Recorded in New York City, 1977
1993 INTERMUSIC S.A. JTM8116
Lionel Hampton is known for his inspiring, catalytic qualities as a band leader and as an organizer of remarkable jam-session kind of get-togethers, introducing many great jazz men. The list of artists he performed and recorded with covers a synopsis of jazz history since the thirties.
Hampton is one of the best-known and most-loved figures in jazz; because of his flamboyant personality and flair for showmanship he made jazz popular by a wide audience. Not only an excellent and imaginative vibraphonist, Hampton is a very vital drummer, a humorous singer and a curiosity as a pianist, using only two fingers in the manner of vibraphone mallets. Still Hampton's musical sense is sometimes smothered in over-enthousiastic, triumphant activity. His artistry can best be enjoyed in ballads, when he reveals the more sensitive side of his unusual musicianship.
Lionel Hampton was born in Louisville, Kentucky, probably on the 12th of April, 1913 (although there is some confusion about the year of his birth). He started his career in Chicago as a drummer in various bands until he met Louis Armstrong in 1930. His first recording as a vibraphonist was made with Armstrong on "Memories Of You". Hampton soon started his own band in Los Angeles and recorded with Benny Goodman, Gene Krupa and Teddy Wilson until 1936, when he joined Goodman's trio, making it a quartet. Eventually, in the fourties. he started a big band of his own, which turned out to be one of the longest existing in jazz history.
The vibraphone is still a rarely used instrument in the field of jazz. Red Norvo was the first important player on mallet instruments, starting in1925 on the xylophone, switching to vibes in 1943. The one who made the vibraphone a really famous instrument though, was Lionel Hampton. Encouraged by Louis Armstrong in the early 1930s, he switched from drums (which he had learned from a nun!) to vibes and amplified xylophone with vibrato and sustaining capability. In contrast with Norvo with his delicate and graceful style, Hampton turned out to be a hard-driver on the vibes, applying a wide range of attacks and riffs, generating remarkable swing on an instrument otherwise known for its bland, disembodied sound. It would have been expected that the third important mallet man in jazz, mister Milt Jackson, would have fallen under the influence of Hampton and Norvo, but Jackson, coming of age in the 1940s, became a bop player instead. He is, like Hampton, a very energetic player, but his usage of full, complete lines, often inflected with a heavy vibrato, makes him an unmistakable adept of Charlie Parker and sets him far aside from Hampton's heavy swing style.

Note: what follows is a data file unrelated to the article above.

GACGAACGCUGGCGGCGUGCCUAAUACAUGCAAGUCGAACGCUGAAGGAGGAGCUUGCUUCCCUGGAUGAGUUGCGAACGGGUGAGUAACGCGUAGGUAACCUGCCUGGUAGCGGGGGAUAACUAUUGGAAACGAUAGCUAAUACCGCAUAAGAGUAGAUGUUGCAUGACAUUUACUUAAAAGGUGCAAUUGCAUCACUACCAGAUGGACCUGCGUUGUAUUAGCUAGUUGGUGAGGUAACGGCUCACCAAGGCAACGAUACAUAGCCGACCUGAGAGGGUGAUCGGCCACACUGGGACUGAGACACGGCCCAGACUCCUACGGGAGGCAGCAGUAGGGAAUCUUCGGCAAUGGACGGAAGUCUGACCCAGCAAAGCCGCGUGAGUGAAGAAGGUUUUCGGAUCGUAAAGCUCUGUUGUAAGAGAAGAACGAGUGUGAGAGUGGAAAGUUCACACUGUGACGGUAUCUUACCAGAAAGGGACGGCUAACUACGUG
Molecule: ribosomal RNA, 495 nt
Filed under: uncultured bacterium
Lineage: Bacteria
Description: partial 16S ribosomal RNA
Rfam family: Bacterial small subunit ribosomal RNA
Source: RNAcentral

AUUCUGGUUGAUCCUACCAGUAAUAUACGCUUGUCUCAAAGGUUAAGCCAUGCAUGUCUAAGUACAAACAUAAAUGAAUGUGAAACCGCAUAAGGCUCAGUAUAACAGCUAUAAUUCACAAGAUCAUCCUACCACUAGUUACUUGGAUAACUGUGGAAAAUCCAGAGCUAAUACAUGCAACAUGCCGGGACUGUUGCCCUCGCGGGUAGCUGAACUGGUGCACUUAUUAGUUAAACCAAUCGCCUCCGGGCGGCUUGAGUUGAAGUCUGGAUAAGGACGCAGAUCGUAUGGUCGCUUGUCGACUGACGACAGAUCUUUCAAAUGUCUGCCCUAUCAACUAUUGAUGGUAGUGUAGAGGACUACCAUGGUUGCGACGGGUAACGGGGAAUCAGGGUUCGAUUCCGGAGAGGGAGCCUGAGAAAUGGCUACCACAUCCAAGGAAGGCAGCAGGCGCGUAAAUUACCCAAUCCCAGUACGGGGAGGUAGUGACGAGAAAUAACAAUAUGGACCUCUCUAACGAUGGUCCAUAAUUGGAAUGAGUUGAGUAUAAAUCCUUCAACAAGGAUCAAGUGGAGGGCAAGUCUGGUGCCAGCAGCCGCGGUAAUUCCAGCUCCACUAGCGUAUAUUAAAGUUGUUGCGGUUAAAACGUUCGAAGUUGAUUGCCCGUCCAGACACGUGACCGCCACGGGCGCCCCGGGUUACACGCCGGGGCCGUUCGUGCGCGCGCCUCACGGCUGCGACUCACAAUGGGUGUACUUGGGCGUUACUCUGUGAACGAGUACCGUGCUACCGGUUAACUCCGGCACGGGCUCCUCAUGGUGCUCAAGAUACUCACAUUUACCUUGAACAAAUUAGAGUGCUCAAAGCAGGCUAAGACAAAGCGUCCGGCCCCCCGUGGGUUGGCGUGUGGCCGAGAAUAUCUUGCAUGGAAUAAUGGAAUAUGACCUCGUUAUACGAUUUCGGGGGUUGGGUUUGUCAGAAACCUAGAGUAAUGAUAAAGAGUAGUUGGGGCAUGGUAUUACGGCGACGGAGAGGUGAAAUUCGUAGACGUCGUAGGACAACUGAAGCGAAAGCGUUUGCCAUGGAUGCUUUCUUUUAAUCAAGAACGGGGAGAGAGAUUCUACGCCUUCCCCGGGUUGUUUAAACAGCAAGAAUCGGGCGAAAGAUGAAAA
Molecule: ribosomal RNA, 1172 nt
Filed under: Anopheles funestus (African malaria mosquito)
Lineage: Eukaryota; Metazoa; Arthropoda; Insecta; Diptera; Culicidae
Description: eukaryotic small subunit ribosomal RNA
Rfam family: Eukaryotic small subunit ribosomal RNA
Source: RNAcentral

Hampton is heard on this CD with a selection of superb jazz artists like Roland Hanna, Gradey Tate, Hank Jones and Earl Hines. Hamptons talents both as a leader and a soloists are displayed equally by this beautiful compilation.
- Famke Damste (All Music Guide)